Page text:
London, UK (BBN)-It was a rather unusual date for a pair of love-struck teenagers.
Sitting on hospital beds under the watchful eyes of their parents, Leah Washington and Joe Pugh were enjoying a rare treat – a Chinese takeaway – and boxes of hot food littered the floor of the ward, reports the Daily Mail.
The sweet-and-sour chicken, chicken-fried rice and chips tasted delicious after weeks of bland hospital food.
But even more precious was the fact that this was a snatched moment of normality for the couple as they made their slow and painful recovery from devastating, life-changing injuries sustained in the Alton Towers rollercoaster crash.
For this young couple everything changed during a trip to the Staffordshire theme park in June when the Smiler ride they were on crashed into a stationary carriage on the same track.
Leah, then 17, nearly died twice in the wreckage and ended up having her left leg amputated above the knee; Joe, then 18, had both knees smashed so badly he has had to learn to walk again.
Last week, Leah told The Mail on Sunday how the tragedy had shattered their lives.
But while many relationships would not have survived such a terrible event, the teenagers have described in their first emotional interview together how it has brought them closer.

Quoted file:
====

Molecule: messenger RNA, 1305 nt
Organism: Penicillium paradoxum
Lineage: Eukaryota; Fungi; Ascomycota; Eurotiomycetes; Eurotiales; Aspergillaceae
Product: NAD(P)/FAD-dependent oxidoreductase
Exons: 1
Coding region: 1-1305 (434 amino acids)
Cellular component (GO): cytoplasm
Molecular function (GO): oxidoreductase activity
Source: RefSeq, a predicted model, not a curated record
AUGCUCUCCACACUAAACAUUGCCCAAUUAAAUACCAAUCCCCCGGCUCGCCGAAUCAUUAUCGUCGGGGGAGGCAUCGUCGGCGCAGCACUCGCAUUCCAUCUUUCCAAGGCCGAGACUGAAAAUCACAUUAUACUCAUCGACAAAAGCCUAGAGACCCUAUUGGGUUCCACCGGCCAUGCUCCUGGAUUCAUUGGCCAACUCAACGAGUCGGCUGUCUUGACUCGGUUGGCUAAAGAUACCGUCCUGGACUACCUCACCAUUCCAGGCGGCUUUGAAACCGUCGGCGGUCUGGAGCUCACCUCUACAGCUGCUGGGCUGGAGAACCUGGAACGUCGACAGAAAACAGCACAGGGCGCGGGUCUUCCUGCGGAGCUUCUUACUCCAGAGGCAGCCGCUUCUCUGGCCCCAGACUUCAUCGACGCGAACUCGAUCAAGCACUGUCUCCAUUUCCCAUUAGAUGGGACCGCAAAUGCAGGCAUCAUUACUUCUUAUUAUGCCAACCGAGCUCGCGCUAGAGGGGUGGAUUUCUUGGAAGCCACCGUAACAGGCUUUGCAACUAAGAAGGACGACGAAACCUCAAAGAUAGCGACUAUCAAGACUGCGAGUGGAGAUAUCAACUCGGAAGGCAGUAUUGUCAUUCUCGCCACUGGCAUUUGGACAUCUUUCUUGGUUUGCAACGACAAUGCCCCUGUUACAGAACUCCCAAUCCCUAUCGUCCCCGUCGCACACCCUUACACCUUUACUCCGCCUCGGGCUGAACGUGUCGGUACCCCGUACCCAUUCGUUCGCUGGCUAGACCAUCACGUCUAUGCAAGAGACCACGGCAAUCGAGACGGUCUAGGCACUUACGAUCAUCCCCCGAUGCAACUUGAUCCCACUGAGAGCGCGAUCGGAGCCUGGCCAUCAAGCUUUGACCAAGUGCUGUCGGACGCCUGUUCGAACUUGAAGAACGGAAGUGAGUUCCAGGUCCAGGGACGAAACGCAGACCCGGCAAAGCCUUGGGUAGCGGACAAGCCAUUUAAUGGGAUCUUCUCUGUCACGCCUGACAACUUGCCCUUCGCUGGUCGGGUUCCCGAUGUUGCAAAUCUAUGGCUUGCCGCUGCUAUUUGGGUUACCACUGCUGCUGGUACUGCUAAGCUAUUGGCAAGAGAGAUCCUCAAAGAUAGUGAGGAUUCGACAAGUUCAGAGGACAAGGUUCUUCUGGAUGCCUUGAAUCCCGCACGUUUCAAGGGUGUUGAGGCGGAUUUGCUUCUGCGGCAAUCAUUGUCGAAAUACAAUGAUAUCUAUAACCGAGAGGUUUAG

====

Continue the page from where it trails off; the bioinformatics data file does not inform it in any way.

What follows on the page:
Speaking from his family home in Barnsley, South Yorkshire, with Leah by his side, Joe explains how the pair now have an indelible bond.
Squeezing Leah’s hand, he says: ‘No one else really understands what we’ve been through. We talk to each other about what happened – it helps. It’s brought us closer together, there’s no doubt about that. We both support each other because it’s hard for both of us not being independent any more.
‘Even simple things like just going out for a meal together to a pub, we need the help of our parents or friends. Even though it’s not a big thing to most people, it is when you’re like us.’
Joe’s words show a maturity beyond his 19 years. But then, both of them had to grow up fast over the past few months. Their relationship now is punctuated by exhausting physiotherapy sessions which often keep them apart, and a regimen of painkillers to numb the agony of their injuries.